About the design in which it’s attempting to lasso information-hungry tech. 

About what a extra aggressive FTC might perchance presumably moreover mean for tech companies and the oldsters who exercise their apps and internet sites.

About how partisanship and politics is influencing the FTC’s future.

And about how its previous might perchance presumably moreover safe within the design in which. 

The FTC investigated Flo Health and finally lodged a criticism against the firm that used to be made public in January 2021. 

They stumbled on that — even supposing the firm promised customers it wouldn’t portion intimate basic aspects about them — it did. The FTC mentioned that Flo disclosed information revealing issues like when customers of the app had their sessions or within the event that they had change into pregnant. 

A 2019 Wall Avenue journal uncover that got the FTC drawn to investigating Flo walked readers by the contrivance.  How instrument at some stage within the Flo app information information — instruct about when a person is ovulating — and passes it to Fb, which is ready to then exercise it to attempt advertisements, perchance for fertility companies.


So, within the lengthy proceed the FTC did what it on the total does in these sorts of cases. It settled with Flo Health. 

Following the investigation, four of the FTC’s 5 commissioners voted in favor of finalizing a upright settlement with the firm. It demanded that Flo Health model some changes to its app and its information practices to model certain it can presumably never portion folks’s intimate effectively being information with out their permission all over again. 

It required the firm to ask folks in a transparent and outstanding design — like neutral up entrance when they acquire the app — within the event that they’re OK with Flo sharing their effectively being information. That meant Flo Health couldn’t continue to bury information about information sharing in a privateness protection that most customers never be taught.

The settlement moreover mentioned the firm needed to uncover folks the usage of its app that their information had been disseminated to companies like Fb with out their information or permission.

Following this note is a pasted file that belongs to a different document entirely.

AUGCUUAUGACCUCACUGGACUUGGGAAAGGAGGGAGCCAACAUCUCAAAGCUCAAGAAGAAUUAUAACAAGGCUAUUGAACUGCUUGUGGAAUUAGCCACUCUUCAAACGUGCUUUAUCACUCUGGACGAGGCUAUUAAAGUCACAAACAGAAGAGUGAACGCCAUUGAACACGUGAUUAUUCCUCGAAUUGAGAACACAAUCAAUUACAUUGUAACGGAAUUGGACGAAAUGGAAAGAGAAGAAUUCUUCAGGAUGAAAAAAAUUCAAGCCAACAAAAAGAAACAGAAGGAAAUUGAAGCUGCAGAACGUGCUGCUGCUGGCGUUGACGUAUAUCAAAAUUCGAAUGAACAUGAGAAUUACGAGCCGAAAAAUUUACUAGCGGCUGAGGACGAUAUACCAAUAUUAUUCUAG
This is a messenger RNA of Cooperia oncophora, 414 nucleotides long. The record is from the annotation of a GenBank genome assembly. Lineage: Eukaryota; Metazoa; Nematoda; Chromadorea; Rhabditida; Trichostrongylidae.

In a roundabout design, the FTC ordered Flo Health to uncover the opposite companies it shared its customers’ information with, like Fb and Google, that they’d like to smash that information. 

Flo declined to be interviewed for this podcast, however the firm despatched a assertion claiming that at no time did Flo Health ever sell person information or portion it for marketing and marketing functions. The firm mentioned it cooperated entirely with the FTC’s inquiry, and wired that the settlement used to be now no longer an admission of any wrongdoing. 

But there’s loads of stuff the FTC didn’t assemble to penalize Flo Health.

It didn’t slap any fines on the firm. And it didn’t safe money for of us who had been violated when Flo Health — with out permission — shared basic aspects about when they got cramps or felt bloated or had been ovulating or got abominable. 

Some folks believed the settlement used to be extra of a light slap on the wrist than any form of refined penalty. They taken aback that the FTC didn’t put in power a selected effectively being privateness rule. Person who might perchance presumably like compelled the firm to squawk its app customers in due course if their non-public effectively being information used to be shared or leaked. Even two of the FTC’s non-public 5 commissioners wanted the company to head extra by making exercise of that rule: it’s called the Health Breach Notification Rule. 

The Health Breach Notification Rule now no longer exclusively requires companies to squawk folks tormented by a breach of effectively being-connected information, violating it can presumably moreover pack a punch — companies might perchance even be fined extra than $43,000 for every violation per day. But within the final decade because it’s had the authority to video display the guideline, the FTC has never once performed that. It wasn’t even applied against Flo.

FTC commissioner Rohit Chopra voted ‘certain’ on the settlement against Flo Health, with some caveats. He argued that the FTC might perchance presumably moreover aloof like charged the firm with a violation of that rule. Imposing it against Flo might perchance presumably moreover were a mark to other effectively being app makers that the FTC is getting more challenging on effectively being information and app information privateness.

Chopra spoke about it for the length of a September FTC meeting.


Flo used to be improperly sharing extremely sensitive information with Fb, Google and others, however in preference to sending a transparent message, that the textual drawl of the effectively being breach notification rule covers this activity, we demonstrated all over again that we might perchance presumably be unwilling to place in power this laws as written.